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I have read with concern the promotion to increase the school year length as a means to make Utah students more competitive in the global market. I am greatly dismayed that my own children's time is wasted by poorly trained teachers or teachers who are lazy or burned-out from discipline problems and excessive paperwork during the present number of school days. From my own experience as a college professor, I find that many students come to college poorly prepared.

There are many talented and dedicated teachers in Utah schools but not for every classroom or even every other classroom. Before the state spends money to increase the length of the school year, efforts should be made to prevent the crushing boredom, the stifling of creativity and the lack of a rigorous, high-quality curriculum that are prevalent in today's schools.It is true that teachers alone cannot remedy the problems. Parents need to take an active part in the education of their children. I applaud the Park City schools and the majority of the parents there who expect decent behavior in the schools. It is time to end the tyranny of the minority of badly behaved students abetted by their parents. It is also true that textbooks need to be more up-to-date and challenging. Equipment such as microscopes often seems to be lacking or in poor condition. Supplies also appear to be limited. This may require more money. I find it interesting that the teachers doing the actual work of instruction receive less pay than the administrators. I think there are too many bureaucratic layers in the Utah schools pushing paper but accomplishing little to enhance student instruction and learning.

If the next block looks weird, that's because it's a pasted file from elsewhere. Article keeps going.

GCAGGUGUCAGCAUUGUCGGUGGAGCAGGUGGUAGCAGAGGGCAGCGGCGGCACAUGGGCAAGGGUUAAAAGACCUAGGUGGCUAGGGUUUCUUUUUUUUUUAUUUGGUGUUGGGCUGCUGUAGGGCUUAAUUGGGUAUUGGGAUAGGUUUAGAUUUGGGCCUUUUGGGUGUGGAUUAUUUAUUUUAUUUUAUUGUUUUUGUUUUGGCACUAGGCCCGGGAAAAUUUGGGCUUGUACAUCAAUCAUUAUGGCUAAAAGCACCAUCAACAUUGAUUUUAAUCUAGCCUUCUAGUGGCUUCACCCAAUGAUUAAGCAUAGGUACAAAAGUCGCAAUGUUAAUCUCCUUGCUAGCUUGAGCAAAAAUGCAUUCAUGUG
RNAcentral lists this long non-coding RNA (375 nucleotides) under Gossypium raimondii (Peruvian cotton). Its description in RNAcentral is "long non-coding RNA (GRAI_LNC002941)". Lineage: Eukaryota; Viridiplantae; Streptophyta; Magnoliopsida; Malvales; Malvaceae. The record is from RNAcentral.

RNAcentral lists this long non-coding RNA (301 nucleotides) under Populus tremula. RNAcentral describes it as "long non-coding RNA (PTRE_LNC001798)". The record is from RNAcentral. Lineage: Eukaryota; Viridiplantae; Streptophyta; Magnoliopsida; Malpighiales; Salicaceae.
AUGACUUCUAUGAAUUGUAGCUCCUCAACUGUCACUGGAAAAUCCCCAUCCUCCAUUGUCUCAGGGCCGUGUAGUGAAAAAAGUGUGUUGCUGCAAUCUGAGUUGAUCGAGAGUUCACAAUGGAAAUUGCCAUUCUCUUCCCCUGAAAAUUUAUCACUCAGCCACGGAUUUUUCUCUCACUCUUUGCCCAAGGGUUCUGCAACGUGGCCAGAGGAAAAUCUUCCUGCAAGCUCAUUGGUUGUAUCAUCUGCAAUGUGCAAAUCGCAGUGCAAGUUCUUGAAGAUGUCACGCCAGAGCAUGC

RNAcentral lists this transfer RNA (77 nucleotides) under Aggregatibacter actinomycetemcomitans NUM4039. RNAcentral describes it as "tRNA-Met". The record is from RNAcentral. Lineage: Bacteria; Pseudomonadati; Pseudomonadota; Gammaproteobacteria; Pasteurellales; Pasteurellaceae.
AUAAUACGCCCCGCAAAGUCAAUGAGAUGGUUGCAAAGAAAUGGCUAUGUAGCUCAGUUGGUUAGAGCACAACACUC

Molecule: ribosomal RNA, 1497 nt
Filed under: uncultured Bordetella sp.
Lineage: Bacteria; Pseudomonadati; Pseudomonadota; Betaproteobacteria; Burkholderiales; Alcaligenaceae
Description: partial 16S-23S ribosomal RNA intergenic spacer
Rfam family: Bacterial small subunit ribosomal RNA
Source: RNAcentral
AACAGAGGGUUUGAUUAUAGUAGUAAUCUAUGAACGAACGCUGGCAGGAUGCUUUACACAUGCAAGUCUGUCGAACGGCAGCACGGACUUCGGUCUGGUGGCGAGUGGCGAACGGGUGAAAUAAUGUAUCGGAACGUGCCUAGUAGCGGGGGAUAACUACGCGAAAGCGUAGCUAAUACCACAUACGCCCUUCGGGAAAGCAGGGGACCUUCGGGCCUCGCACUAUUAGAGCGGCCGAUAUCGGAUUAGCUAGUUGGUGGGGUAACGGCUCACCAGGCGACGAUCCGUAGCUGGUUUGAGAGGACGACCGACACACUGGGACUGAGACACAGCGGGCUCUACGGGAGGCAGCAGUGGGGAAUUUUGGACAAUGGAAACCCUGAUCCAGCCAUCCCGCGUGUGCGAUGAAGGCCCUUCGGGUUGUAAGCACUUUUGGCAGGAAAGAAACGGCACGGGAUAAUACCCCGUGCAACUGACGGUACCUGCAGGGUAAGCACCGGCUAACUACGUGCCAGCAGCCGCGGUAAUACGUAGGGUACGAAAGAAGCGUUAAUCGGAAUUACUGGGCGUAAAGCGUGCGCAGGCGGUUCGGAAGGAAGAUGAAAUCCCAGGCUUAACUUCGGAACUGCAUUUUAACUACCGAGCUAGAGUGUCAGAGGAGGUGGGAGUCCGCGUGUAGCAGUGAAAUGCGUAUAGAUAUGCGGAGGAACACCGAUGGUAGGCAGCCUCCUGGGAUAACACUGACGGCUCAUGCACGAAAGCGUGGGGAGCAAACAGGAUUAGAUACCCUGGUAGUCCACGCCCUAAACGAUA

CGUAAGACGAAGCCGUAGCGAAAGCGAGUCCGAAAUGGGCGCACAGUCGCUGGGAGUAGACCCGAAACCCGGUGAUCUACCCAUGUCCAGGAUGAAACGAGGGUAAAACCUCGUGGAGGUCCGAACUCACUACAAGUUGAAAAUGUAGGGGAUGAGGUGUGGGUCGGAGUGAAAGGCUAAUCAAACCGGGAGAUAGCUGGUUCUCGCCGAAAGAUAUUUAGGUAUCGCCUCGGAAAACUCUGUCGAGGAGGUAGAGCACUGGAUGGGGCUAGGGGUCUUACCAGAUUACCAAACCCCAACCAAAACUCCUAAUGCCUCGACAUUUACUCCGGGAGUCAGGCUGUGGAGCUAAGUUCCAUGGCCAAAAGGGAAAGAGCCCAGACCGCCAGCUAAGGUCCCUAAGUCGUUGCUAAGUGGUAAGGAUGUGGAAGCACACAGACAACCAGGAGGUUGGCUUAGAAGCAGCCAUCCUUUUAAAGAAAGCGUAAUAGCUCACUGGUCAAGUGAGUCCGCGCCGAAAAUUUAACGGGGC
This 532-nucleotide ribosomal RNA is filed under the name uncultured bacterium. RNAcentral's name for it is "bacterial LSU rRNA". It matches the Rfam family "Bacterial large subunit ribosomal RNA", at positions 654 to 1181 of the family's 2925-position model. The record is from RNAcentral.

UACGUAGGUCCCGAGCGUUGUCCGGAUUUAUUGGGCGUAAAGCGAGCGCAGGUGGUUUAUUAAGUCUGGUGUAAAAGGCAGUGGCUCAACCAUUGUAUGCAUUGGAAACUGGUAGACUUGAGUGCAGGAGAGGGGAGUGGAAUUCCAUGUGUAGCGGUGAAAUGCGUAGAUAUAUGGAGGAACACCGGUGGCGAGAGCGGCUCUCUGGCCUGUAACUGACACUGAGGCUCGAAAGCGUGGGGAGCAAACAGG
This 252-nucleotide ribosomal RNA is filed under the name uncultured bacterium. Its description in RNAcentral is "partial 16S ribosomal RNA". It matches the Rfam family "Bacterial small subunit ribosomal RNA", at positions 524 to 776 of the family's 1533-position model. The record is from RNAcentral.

The real solutions will come from parents, teachers and administrators working together to make tough solutions that in some fashion and to a certain degree will be unpalatable to all participants.

Joseph Papenfuss

Fountain Green